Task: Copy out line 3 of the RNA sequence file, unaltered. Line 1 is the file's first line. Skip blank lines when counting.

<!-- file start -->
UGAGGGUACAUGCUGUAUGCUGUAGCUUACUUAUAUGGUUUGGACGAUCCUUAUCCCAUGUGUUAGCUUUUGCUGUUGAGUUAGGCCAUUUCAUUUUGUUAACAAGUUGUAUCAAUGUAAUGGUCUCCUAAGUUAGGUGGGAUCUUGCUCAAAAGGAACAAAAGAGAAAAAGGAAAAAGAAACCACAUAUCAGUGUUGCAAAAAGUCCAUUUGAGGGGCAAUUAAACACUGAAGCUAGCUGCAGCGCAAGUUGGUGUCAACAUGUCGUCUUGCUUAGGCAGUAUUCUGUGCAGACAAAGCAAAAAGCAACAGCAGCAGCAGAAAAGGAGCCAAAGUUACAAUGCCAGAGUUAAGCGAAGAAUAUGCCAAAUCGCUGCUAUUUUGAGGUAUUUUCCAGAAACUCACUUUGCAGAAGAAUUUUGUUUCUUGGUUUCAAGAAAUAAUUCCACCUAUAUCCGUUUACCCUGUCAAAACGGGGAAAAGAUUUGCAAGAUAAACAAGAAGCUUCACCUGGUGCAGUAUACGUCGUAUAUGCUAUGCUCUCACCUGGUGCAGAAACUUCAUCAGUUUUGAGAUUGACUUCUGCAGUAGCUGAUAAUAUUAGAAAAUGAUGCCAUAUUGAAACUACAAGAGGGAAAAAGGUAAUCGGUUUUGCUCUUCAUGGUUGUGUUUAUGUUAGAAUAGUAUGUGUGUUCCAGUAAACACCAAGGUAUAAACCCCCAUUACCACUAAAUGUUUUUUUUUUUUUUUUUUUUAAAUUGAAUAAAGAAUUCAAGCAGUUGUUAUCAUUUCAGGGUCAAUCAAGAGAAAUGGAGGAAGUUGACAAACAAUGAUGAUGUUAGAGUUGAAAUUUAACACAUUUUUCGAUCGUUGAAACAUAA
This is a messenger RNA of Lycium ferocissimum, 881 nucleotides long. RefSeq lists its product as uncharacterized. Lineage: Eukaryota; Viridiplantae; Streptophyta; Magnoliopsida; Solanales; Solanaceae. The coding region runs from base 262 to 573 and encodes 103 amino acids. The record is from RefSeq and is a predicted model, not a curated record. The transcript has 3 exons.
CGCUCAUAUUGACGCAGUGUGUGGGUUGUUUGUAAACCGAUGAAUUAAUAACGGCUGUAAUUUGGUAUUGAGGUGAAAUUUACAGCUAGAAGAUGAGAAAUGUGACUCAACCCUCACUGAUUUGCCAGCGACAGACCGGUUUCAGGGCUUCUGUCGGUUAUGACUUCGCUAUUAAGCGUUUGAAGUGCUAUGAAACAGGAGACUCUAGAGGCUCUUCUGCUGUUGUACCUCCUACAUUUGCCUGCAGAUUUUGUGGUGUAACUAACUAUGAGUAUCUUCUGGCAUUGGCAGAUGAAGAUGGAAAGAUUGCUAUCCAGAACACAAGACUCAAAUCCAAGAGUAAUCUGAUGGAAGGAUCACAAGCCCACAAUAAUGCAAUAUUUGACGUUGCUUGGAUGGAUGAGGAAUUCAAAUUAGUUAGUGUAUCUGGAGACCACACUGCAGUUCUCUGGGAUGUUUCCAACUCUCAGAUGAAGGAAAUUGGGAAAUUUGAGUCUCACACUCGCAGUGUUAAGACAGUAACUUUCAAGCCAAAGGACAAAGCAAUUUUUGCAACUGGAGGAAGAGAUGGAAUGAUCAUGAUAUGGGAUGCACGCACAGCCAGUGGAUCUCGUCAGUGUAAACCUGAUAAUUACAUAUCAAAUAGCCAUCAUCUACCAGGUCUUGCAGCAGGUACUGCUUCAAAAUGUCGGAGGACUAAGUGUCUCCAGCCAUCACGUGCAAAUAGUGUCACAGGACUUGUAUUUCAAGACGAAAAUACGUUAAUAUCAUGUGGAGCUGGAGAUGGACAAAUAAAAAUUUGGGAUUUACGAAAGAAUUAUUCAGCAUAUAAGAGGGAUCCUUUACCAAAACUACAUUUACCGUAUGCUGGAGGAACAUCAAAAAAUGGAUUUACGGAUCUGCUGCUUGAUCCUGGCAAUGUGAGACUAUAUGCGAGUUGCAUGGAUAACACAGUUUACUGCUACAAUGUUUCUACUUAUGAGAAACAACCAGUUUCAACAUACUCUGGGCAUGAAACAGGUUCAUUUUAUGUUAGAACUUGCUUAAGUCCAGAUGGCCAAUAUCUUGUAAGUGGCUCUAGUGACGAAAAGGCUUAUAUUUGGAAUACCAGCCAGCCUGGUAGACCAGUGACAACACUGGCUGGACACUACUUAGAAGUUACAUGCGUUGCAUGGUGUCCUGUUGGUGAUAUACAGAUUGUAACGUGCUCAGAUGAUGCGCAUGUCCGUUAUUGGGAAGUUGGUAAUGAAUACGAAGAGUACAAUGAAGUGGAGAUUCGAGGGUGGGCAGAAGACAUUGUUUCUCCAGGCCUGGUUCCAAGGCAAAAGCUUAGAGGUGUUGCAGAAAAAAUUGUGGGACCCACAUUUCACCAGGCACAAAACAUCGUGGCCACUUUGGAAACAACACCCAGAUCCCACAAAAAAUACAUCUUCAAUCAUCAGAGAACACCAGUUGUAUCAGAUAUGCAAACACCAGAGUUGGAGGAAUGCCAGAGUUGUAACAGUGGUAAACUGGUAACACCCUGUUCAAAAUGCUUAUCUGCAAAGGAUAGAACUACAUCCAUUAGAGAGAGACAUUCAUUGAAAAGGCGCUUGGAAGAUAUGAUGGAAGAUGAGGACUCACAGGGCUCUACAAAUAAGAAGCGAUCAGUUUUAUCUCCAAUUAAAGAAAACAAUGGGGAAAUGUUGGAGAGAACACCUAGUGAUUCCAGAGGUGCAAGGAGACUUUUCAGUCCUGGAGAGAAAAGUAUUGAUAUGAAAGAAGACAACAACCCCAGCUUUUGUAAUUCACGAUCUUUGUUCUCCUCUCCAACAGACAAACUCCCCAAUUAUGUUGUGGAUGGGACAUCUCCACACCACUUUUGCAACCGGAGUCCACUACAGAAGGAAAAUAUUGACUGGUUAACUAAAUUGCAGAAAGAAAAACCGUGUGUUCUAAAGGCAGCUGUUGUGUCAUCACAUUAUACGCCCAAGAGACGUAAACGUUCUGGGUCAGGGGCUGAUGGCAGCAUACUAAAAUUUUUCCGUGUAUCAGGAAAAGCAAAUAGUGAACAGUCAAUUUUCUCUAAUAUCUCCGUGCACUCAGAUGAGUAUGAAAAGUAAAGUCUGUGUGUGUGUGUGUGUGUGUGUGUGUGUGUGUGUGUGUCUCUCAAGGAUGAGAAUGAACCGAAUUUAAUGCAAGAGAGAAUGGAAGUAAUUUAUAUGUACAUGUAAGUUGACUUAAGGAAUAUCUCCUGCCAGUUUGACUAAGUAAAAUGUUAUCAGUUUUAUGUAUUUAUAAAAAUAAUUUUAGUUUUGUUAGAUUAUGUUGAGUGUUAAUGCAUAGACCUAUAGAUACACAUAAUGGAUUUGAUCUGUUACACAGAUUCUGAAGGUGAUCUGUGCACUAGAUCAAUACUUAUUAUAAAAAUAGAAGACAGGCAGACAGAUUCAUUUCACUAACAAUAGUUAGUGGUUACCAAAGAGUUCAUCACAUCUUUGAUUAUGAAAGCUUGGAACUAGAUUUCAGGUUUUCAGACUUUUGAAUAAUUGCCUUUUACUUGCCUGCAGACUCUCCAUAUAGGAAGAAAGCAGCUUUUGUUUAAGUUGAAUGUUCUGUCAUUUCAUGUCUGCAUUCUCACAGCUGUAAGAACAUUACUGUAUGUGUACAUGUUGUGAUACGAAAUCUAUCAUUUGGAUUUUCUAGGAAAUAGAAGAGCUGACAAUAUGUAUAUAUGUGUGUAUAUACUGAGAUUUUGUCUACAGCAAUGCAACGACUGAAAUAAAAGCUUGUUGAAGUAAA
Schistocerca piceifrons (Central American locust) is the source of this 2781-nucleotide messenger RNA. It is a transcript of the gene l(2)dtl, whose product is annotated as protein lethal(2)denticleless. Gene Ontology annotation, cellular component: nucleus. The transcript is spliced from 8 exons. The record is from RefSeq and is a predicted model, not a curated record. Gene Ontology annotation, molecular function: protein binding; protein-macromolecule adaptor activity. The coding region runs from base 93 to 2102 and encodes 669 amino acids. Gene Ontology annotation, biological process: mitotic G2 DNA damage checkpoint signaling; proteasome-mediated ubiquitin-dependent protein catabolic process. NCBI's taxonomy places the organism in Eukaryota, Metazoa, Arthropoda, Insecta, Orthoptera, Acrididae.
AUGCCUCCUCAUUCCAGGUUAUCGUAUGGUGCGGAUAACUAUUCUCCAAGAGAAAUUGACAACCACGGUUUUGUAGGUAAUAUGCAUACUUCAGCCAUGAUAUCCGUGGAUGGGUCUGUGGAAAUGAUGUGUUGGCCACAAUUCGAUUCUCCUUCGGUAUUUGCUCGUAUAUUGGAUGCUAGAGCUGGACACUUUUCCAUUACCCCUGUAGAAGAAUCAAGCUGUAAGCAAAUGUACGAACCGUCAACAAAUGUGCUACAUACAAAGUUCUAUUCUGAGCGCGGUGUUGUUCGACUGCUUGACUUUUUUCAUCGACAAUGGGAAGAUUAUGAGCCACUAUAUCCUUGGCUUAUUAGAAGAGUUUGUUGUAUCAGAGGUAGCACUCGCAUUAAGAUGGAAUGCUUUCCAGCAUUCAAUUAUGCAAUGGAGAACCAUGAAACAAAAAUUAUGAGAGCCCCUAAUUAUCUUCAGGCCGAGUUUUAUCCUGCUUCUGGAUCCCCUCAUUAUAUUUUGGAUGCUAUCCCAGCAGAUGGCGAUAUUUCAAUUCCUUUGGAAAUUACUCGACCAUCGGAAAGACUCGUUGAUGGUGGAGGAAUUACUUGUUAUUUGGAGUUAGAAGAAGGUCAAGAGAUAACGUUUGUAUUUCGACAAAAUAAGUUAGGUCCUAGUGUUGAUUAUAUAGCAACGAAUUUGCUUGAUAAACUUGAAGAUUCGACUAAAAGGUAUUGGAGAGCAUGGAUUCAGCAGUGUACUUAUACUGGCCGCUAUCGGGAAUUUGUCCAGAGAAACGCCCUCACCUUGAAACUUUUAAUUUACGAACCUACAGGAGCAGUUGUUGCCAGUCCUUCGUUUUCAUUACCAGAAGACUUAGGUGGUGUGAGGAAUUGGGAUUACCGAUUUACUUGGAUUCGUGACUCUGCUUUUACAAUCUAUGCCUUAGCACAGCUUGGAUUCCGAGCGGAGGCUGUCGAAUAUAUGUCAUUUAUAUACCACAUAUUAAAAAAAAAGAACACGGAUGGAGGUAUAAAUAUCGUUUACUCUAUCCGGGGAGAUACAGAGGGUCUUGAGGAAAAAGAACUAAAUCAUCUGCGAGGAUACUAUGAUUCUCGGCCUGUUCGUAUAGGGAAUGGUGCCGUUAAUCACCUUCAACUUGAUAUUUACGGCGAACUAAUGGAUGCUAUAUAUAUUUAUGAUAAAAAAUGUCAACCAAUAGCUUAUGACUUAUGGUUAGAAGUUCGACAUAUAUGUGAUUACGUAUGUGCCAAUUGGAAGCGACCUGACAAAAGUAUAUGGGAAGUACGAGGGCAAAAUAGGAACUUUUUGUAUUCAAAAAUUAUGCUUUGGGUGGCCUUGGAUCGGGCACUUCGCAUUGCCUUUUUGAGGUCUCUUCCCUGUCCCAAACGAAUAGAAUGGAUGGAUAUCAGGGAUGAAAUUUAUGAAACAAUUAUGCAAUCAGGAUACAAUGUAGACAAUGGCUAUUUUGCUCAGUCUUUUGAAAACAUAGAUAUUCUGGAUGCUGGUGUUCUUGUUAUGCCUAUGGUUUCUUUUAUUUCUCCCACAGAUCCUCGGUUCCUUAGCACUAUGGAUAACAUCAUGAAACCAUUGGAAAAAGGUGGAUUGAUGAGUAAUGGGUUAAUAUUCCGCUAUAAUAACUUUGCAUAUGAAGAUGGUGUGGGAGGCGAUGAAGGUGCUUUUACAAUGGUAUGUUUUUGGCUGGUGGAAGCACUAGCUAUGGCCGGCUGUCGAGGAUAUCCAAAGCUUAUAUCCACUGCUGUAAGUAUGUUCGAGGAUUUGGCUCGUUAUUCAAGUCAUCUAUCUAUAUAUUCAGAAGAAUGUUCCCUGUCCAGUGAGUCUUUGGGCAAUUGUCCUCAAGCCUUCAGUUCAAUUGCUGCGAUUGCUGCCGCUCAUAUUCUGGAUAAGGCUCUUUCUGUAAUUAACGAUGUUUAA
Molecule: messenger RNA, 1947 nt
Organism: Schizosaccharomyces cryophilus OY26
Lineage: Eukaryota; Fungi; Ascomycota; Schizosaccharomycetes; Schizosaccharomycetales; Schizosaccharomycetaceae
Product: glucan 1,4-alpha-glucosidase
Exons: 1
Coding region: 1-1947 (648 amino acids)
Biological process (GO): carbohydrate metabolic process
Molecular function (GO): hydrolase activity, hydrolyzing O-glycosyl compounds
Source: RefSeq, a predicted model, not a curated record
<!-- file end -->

CGCUCAUAUUGACGCAGUGUGUGGGUUGUUUGUAAACCGAUGAAUUAAUAACGGCUGUAAUUUGGUAUUGAGGUGAAAUUUACAGCUAGAAGAUGAGAAAUGUGACUCAACCCUCACUGAUUUGCCAGCGACAGACCGGUUUCAGGGCUUCUGUCGGUUAUGACUUCGCUAUUAAGCGUUUGAAGUGCUAUGAAACAGGAGACUCUAGAGGCUCUUCUGCUGUUGUACCUCCUACAUUUGCCUGCAGAUUUUGUGGUGUAACUAACUAUGAGUAUCUUCUGGCAUUGGCAGAUGAAGAUGGAAAGAUUGCUAUCCAGAACACAAGACUCAAAUCCAAGAGUAAUCUGAUGGAAGGAUCACAAGCCCACAAUAAUGCAAUAUUUGACGUUGCUUGGAUGGAUGAGGAAUUCAAAUUAGUUAGUGUAUCUGGAGACCACACUGCAGUUCUCUGGGAUGUUUCCAACUCUCAGAUGAAGGAAAUUGGGAAAUUUGAGUCUCACACUCGCAGUGUUAAGACAGUAACUUUCAAGCCAAAGGACAAAGCAAUUUUUGCAACUGGAGGAAGAGAUGGAAUGAUCAUGAUAUGGGAUGCACGCACAGCCAGUGGAUCUCGUCAGUGUAAACCUGAUAAUUACAUAUCAAAUAGCCAUCAUCUACCAGGUCUUGCAGCAGGUACUGCUUCAAAAUGUCGGAGGACUAAGUGUCUCCAGCCAUCACGUGCAAAUAGUGUCACAGGACUUGUAUUUCAAGACGAAAAUACGUUAAUAUCAUGUGGAGCUGGAGAUGGACAAAUAAAAAUUUGGGAUUUACGAAAGAAUUAUUCAGCAUAUAAGAGGGAUCCUUUACCAAAACUACAUUUACCGUAUGCUGGAGGAACAUCAAAAAAUGGAUUUACGGAUCUGCUGCUUGAUCCUGGCAAUGUGAGACUAUAUGCGAGUUGCAUGGAUAACACAGUUUACUGCUACAAUGUUUCUACUUAUGAGAAACAACCAGUUUCAACAUACUCUGGGCAUGAAACAGGUUCAUUUUAUGUUAGAACUUGCUUAAGUCCAGAUGGCCAAUAUCUUGUAAGUGGCUCUAGUGACGAAAAGGCUUAUAUUUGGAAUACCAGCCAGCCUGGUAGACCAGUGACAACACUGGCUGGACACUACUUAGAAGUUACAUGCGUUGCAUGGUGUCCUGUUGGUGAUAUACAGAUUGUAACGUGCUCAGAUGAUGCGCAUGUCCGUUAUUGGGAAGUUGGUAAUGAAUACGAAGAGUACAAUGAAGUGGAGAUUCGAGGGUGGGCAGAAGACAUUGUUUCUCCAGGCCUGGUUCCAAGGCAAAAGCUUAGAGGUGUUGCAGAAAAAAUUGUGGGACCCACAUUUCACCAGGCACAAAACAUCGUGGCCACUUUGGAAACAACACCCAGAUCCCACAAAAAAUACAUCUUCAAUCAUCAGAGAACACCAGUUGUAUCAGAUAUGCAAACACCAGAGUUGGAGGAAUGCCAGAGUUGUAACAGUGGUAAACUGGUAACACCCUGUUCAAAAUGCUUAUCUGCAAAGGAUAGAACUACAUCCAUUAGAGAGAGACAUUCAUUGAAAAGGCGCUUGGAAGAUAUGAUGGAAGAUGAGGACUCACAGGGCUCUACAAAUAAGAAGCGAUCAGUUUUAUCUCCAAUUAAAGAAAACAAUGGGGAAAUGUUGGAGAGAACACCUAGUGAUUCCAGAGGUGCAAGGAGACUUUUCAGUCCUGGAGAGAAAAGUAUUGAUAUGAAAGAAGACAACAACCCCAGCUUUUGUAAUUCACGAUCUUUGUUCUCCUCUCCAACAGACAAACUCCCCAAUUAUGUUGUGGAUGGGACAUCUCCACACCACUUUUGCAACCGGAGUCCACUACAGAAGGAAAAUAUUGACUGGUUAACUAAAUUGCAGAAAGAAAAACCGUGUGUUCUAAAGGCAGCUGUUGUGUCAUCACAUUAUACGCCCAAGAGACGUAAACGUUCUGGGUCAGGGGCUGAUGGCAGCAUACUAAAAUUUUUCCGUGUAUCAGGAAAAGCAAAUAGUGAACAGUCAAUUUUCUCUAAUAUCUCCGUGCACUCAGAUGAGUAUGAAAAGUAAAGUCUGUGUGUGUGUGUGUGUGUGUGUGUGUGUGUGUGUGUGUCUCUCAAGGAUGAGAAUGAACCGAAUUUAAUGCAAGAGAGAAUGGAAGUAAUUUAUAUGUACAUGUAAGUUGACUUAAGGAAUAUCUCCUGCCAGUUUGACUAAGUAAAAUGUUAUCAGUUUUAUGUAUUUAUAAAAAUAAUUUUAGUUUUGUUAGAUUAUGUUGAGUGUUAAUGCAUAGACCUAUAGAUACACAUAAUGGAUUUGAUCUGUUACACAGAUUCUGAAGGUGAUCUGUGCACUAGAUCAAUACUUAUUAUAAAAAUAGAAGACAGGCAGACAGAUUCAUUUCACUAACAAUAGUUAGUGGUUACCAAAGAGUUCAUCACAUCUUUGAUUAUGAAAGCUUGGAACUAGAUUUCAGGUUUUCAGACUUUUGAAUAAUUGCCUUUUACUUGCCUGCAGACUCUCCAUAUAGGAAGAAAGCAGCUUUUGUUUAAGUUGAAUGUUCUGUCAUUUCAUGUCUGCAUUCUCACAGCUGUAAGAACAUUACUGUAUGUGUACAUGUUGUGAUACGAAAUCUAUCAUUUGGAUUUUCUAGGAAAUAGAAGAGCUGACAAUAUGUAUAUAUGUGUGUAUAUACUGAGAUUUUGUCUACAGCAAUGCAACGACUGAAAUAAAAGCUUGUUGAAGUAAA